In addition to this type of unintentional harm, there is also intentionally inflicted abuse and trauma children may experience, leaving them racked with feelings of guilt, believing these things they were subjected to must have been their own fault. When that trauma is left unresolved and unprocessed, these kids carry that shame into adulthood — where that inner critic known as self-loathing has a field day.

Once your inner critic has access to your brain, it likes to make itself at home. It may even take up residence there, maintaining a soft lull in your mind, even on your best days. And certain triggers can cause your hyper-critical self-loathing to grow louder and be more intrusive.

Common triggers of self-loathing include:

  • Comparison

When you compare yourself to anyone else, no matter what the circumstances, your inner critic will project its voice to the back of the rafters. Whether it's social media, your co-workers, family members, neighbors, or close friends, comparing is the kiss of death to your self-worth.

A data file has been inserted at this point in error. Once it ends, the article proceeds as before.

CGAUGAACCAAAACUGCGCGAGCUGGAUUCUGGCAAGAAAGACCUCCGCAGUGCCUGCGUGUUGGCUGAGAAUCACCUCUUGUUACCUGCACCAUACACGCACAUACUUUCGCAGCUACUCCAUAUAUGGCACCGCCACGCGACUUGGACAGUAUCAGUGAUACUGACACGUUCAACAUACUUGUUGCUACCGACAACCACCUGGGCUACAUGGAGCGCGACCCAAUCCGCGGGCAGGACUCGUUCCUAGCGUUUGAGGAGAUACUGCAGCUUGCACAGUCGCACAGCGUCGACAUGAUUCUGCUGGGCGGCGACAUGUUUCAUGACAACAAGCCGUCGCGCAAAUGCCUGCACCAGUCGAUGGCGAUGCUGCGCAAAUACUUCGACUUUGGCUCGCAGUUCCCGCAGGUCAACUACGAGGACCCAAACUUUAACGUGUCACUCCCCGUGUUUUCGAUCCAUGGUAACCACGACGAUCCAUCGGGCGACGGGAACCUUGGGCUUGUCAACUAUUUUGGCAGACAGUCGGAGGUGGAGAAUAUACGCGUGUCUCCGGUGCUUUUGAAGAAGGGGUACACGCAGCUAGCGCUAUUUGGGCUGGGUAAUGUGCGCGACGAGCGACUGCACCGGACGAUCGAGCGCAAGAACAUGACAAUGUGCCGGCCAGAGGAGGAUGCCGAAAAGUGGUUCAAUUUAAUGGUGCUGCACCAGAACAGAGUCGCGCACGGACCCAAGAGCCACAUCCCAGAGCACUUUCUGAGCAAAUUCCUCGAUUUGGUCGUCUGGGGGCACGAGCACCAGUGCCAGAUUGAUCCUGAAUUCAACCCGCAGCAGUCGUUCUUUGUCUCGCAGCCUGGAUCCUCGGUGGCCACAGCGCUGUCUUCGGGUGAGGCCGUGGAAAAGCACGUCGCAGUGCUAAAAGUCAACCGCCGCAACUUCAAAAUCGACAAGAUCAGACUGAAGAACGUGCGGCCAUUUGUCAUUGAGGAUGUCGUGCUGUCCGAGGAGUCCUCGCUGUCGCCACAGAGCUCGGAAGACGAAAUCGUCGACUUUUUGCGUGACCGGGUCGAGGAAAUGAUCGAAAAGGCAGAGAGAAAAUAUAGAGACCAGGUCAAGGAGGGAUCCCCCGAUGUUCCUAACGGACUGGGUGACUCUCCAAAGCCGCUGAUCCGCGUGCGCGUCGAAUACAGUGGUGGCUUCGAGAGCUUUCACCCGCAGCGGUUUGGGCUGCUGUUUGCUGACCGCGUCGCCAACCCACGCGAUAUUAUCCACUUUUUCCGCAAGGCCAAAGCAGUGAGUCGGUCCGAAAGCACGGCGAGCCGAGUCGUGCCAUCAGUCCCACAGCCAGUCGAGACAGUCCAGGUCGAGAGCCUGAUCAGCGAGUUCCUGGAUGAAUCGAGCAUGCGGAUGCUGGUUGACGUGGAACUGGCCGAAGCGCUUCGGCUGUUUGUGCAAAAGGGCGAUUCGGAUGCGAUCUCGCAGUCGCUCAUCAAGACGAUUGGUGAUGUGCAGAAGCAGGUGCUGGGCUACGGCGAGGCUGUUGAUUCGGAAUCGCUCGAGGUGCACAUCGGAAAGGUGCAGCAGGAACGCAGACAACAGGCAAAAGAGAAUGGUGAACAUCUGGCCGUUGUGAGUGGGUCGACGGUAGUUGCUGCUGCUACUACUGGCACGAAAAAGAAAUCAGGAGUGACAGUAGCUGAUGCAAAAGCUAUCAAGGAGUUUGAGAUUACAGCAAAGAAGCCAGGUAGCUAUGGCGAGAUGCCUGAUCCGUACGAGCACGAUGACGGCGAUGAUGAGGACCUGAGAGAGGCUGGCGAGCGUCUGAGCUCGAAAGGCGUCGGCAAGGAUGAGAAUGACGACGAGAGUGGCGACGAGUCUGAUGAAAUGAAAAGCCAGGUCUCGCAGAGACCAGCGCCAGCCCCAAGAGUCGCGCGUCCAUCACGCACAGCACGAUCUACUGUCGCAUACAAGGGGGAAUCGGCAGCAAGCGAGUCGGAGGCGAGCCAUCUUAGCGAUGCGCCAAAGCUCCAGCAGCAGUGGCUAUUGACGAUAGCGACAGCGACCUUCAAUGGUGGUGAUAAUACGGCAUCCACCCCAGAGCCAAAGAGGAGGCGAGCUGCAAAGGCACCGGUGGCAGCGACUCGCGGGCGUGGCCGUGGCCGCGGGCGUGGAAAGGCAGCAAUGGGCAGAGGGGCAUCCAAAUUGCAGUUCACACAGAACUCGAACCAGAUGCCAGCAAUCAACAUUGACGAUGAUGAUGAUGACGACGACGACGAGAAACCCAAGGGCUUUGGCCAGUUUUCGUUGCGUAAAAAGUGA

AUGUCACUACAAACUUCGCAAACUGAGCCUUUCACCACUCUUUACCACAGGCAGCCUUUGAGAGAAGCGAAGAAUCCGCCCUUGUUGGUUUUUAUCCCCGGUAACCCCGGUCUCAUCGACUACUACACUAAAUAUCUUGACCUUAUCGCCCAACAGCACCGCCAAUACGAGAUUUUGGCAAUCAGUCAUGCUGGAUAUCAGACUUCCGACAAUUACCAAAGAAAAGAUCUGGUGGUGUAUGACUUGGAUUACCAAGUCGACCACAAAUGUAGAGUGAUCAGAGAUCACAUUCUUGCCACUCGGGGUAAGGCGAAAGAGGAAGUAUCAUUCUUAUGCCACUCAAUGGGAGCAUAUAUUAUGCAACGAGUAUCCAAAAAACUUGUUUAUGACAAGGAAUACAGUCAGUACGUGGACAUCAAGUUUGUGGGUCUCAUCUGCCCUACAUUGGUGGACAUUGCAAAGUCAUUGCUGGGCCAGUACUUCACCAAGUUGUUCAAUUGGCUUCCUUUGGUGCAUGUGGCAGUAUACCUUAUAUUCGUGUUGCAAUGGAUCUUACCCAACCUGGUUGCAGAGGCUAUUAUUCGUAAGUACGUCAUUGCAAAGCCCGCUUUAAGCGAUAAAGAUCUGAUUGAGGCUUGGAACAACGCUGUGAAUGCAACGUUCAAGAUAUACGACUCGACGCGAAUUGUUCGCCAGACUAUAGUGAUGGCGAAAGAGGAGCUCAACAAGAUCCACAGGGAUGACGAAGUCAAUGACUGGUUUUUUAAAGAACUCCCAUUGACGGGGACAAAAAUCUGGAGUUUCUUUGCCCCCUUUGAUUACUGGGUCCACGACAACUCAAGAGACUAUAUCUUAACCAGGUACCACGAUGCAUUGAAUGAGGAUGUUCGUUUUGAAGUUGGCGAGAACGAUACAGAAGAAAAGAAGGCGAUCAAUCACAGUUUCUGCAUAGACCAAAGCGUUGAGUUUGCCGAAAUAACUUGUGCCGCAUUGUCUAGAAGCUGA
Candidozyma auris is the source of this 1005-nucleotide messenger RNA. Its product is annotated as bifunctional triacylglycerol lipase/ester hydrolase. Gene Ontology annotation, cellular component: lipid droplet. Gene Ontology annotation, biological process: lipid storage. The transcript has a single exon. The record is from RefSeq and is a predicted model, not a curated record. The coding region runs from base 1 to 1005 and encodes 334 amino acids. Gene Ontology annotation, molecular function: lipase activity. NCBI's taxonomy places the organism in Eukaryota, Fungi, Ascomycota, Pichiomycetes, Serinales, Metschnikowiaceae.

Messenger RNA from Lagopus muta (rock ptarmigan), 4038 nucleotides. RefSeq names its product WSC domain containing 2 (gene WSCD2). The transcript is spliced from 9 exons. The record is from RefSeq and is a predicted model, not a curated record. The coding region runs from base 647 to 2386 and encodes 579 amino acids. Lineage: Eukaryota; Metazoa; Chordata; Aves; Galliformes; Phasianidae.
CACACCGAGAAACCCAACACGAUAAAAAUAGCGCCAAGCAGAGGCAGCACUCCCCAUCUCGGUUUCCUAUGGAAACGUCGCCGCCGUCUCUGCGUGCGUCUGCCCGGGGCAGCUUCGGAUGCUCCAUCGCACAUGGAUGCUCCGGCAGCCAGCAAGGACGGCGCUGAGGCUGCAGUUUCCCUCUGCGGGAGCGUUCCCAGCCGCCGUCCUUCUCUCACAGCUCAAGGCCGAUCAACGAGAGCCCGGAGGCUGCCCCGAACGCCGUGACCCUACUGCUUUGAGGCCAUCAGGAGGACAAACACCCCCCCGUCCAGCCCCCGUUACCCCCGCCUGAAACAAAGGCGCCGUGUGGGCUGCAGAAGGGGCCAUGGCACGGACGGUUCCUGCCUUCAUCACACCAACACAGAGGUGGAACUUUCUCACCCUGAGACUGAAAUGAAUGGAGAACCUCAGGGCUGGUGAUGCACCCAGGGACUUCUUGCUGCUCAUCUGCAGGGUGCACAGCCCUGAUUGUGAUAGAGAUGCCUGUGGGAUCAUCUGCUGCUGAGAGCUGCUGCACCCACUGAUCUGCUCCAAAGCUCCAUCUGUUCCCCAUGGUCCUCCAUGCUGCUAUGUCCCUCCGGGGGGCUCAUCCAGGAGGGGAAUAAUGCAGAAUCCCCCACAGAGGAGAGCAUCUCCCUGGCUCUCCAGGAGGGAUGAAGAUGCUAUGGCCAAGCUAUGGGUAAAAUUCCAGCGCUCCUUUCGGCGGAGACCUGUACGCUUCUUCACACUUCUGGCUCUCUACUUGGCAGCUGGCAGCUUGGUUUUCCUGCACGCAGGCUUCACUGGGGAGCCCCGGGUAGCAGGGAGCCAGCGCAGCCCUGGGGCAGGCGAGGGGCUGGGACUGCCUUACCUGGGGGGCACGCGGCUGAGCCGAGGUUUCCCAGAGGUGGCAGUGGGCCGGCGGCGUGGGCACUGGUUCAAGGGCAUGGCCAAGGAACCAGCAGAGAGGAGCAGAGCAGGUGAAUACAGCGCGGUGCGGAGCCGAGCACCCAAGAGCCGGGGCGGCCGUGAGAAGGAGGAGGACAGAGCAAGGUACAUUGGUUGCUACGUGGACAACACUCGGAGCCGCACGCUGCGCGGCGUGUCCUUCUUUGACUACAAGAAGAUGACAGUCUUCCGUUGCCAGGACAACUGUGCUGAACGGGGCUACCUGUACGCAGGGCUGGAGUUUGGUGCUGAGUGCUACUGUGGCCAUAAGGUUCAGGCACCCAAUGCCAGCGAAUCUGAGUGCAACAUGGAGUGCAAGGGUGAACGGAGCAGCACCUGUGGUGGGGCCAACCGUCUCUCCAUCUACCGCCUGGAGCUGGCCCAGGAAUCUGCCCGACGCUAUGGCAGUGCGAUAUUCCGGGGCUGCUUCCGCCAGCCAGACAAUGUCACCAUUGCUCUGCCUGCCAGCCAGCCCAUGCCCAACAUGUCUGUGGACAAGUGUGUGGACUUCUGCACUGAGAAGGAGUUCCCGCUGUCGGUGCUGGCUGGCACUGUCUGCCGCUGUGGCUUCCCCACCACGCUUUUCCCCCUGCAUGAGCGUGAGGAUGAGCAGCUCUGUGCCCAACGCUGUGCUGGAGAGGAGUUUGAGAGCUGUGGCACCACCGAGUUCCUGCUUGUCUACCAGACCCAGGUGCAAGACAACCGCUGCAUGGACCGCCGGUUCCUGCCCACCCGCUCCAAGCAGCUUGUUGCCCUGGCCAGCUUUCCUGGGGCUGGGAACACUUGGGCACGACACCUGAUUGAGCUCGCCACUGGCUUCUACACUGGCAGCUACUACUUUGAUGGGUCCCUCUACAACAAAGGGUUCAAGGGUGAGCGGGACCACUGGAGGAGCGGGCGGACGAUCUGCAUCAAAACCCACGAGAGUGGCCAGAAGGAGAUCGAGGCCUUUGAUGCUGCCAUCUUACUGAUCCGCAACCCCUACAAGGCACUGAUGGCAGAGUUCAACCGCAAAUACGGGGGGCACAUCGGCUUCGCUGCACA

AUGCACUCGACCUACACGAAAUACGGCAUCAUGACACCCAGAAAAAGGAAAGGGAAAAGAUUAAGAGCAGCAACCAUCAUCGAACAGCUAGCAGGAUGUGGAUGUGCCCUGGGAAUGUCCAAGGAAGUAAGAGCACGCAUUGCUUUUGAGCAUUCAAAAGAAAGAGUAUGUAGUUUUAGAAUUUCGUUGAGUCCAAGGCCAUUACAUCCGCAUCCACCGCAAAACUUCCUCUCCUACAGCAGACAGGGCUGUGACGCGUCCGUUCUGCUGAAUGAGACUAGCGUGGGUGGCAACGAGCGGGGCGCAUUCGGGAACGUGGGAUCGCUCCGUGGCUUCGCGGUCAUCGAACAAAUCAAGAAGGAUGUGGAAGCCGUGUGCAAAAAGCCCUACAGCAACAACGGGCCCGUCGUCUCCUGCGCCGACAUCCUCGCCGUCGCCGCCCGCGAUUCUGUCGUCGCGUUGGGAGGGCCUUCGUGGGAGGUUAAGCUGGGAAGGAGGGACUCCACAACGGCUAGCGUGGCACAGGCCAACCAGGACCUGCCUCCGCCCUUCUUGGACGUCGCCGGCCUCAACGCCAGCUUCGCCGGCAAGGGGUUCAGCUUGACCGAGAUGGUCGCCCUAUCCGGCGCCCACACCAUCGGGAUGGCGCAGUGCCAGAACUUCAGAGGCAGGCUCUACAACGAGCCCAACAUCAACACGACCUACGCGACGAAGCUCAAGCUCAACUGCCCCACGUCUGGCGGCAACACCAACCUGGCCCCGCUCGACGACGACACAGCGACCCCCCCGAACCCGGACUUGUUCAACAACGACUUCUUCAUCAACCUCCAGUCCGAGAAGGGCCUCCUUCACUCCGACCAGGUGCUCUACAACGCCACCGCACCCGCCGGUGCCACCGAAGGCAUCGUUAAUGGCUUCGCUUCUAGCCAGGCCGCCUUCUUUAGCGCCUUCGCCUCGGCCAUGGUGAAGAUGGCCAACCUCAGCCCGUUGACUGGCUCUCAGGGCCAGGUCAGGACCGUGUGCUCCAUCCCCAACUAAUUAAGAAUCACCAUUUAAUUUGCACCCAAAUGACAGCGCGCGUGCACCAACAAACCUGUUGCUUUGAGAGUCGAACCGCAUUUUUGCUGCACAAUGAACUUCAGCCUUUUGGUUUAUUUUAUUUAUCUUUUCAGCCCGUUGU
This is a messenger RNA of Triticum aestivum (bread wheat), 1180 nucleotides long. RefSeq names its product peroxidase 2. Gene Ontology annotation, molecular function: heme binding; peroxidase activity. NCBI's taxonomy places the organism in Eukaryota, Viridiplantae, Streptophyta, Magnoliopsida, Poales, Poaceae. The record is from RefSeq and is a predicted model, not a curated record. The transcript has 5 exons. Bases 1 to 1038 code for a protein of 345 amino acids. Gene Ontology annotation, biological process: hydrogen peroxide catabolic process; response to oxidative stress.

• Memories or mentions of your past mistakes

If you are human, then you’ve made mistakes in your life. When you continue judging your past mistakes and attaching your identity to them, your self-loathing wins.

  • Past trauma

Your past wounds often get attached to your perception of your self-worth. Self-blame is common, leaving you burdened with shame. People often feel this type of guilt because it's often easier to blame yourself than to find or hold others accountable. So in essence, self-blame is an attempt to regain a sense of control, because, if you’re at fault, you can try to control yourself and your circumstances to make sure the horrible thing that happened to you never happens again. If you hold others accountable, you might feel more vulnerable and at greater risk of repeated trauma.

  • Energy expended on people pleasing

Have you ever wondered why people-pleasing is so exhausting? It’s because you're putting your energy into making everyone else happy despite the fact that you simply can't control what others think or feel. Other people’s happiness is completely out of your control, yet you spend minutes, hours and days attempting to make everyone happy. Kind of silly, isn’t it?